Arduino recently announced the ESLOV, a kit for building and programming Internet of Things devices with no programming skills necessary.
A new kit from Arduino could make it much easier for tinkerers and DIY geeks to build their own Internet of Things (IoT) devices. The ESLOV kit, announced via blog post in late September, uses pre-built modules to help users build IoT devices with no programming knowledge.
Arduino is an open source project that is primarily known for the Arduino boards, which are used in conjunction with its development environment in a host of microcontroller projects. Now, with the rise of IoT, Arduino is finding renewed interest from consumers looking to build connected, or smart, devices.
The ESLOV kit is available with up to 25 modules, such as "buttons, LEDs, air quality sensors, microphones, servos, and several others," the blog post said. Some of the examples cited in the post were a connected notification system that would tell you when your laundry is done, or a thermostat modification that would allow you to control the temperature in your home from far away.
The modules themselves can be connected with small cables and programmed from your computer. The modules can be programmed through a visual code editor, the post said, which allows users to simply draw lines between the modules they want to connect. Once complete, the device is published to the Arduino Cloud and can be engaged from a user's smartphone or desktop.
However, if a customer doesn't want to use the Visual Editor, they can opt to program with the more traditional Arduino Editor instead. All of the hardware and software involved in the project is open source, the post said, and users can bring in third-party modules for their projects as well.
According to the Arduino post, the main hub for the kit has a Microchip SAM D21 ARM Cortex-M0+ MCU and it comes with built-in Wi-Fi capabilities. The smaller modules leverage the Microchip ATmega328P processor. Firmware and software can be updated via USB or OTA.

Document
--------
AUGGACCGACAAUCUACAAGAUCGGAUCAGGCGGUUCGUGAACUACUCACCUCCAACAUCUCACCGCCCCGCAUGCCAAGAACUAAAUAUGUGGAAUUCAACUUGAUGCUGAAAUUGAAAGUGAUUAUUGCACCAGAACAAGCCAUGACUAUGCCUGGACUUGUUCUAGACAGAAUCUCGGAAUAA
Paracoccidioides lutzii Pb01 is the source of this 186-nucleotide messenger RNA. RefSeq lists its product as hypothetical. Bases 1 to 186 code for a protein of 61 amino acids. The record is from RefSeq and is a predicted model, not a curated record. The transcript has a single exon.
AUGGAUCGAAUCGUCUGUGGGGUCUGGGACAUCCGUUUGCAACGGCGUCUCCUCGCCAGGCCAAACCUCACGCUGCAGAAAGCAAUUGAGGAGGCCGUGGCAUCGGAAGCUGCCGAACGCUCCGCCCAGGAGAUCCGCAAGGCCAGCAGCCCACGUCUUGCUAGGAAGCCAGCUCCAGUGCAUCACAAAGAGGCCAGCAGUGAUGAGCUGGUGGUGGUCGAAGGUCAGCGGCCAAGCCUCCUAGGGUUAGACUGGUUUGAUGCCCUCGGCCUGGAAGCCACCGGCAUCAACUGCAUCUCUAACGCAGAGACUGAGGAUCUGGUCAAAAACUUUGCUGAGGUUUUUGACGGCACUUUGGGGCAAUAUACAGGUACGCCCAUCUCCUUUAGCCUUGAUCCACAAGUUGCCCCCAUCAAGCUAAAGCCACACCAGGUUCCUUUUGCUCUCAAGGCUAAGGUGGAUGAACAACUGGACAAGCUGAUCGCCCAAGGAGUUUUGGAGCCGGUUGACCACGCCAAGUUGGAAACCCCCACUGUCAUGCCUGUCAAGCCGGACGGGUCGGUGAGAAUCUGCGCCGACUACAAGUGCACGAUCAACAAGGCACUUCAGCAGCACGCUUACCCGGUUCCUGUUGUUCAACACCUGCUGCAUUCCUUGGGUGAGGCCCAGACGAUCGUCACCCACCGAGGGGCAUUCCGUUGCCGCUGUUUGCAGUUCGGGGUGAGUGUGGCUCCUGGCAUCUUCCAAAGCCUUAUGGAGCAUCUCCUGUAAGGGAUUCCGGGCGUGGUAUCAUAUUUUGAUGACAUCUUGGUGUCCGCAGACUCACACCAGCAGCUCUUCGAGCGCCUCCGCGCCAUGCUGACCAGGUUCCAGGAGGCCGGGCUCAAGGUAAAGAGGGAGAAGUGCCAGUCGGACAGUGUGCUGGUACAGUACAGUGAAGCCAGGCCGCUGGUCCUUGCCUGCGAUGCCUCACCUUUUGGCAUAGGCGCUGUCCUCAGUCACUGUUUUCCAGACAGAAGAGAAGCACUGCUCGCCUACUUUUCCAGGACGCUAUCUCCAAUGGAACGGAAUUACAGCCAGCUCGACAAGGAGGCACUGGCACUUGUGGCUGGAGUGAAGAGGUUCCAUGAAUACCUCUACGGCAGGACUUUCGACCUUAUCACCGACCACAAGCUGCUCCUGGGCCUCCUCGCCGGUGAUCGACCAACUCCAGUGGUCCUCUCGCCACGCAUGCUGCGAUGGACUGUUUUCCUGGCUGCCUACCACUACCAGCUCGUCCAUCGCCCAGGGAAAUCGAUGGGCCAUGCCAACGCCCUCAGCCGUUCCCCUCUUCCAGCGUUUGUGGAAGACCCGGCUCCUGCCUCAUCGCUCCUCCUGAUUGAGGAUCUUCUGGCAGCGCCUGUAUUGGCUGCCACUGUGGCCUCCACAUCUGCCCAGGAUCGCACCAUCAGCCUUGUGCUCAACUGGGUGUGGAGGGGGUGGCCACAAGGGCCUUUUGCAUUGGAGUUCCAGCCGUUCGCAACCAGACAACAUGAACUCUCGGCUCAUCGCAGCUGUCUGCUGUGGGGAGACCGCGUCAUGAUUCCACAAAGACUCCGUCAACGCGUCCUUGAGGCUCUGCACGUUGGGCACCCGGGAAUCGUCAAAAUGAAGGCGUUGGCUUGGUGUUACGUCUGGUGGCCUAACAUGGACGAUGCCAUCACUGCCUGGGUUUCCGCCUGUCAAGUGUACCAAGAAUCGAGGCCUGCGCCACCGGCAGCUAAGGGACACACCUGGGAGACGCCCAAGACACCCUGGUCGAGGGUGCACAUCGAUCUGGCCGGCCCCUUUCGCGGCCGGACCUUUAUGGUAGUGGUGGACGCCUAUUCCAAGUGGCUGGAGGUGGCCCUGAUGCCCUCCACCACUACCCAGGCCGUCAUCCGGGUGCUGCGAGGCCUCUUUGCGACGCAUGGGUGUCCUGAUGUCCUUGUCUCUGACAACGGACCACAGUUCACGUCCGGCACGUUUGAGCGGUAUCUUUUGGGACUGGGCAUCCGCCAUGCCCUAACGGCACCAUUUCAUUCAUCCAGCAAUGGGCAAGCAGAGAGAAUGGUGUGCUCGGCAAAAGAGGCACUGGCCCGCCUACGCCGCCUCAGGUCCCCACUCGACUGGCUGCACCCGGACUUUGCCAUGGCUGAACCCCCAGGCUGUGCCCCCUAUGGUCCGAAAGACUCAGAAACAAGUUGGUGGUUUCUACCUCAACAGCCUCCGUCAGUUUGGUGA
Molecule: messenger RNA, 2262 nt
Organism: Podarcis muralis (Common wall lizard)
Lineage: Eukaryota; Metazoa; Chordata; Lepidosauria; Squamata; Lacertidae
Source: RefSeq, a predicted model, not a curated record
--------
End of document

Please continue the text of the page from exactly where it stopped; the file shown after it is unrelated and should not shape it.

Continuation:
While known for its microcontroller work, Arduino can also be a great way to learn to code. Also, a host of vendors, including Microsoft, have recently announced support for Arduino in their IoT initiatives, further increasing the appeal of the kit.
Kits are available ranging from $55-499, depending on what is chosen, and shipment is expected by summer 2017. The company is currently fundraising on Kickstarter.
The 3 big takeaways for TechRepublic readers
- The new Arduino ESLOV kit could make it easier to build IoT devices with pre-built modules and easy programming.
- The kit is composed of a hub and individual modules that can be programmed with a Visual Editor.
- Arduino is growing in the IoT space, with companies like Microsoft adding support in their own IoT platforms.
- Microsoft adds support for Arduino in a push to dominate IoT development (TechRepublic)
- Arduino wants you to build your own IoT devices (ZDNet)
- IoT hidden security risks: How businesses and telecommuters can protect themselves (TechRepublic)
- Get an Arduino and teach yourself to program (ZDNet)
- 10 ways to capitalize on the Internet of Things (Other)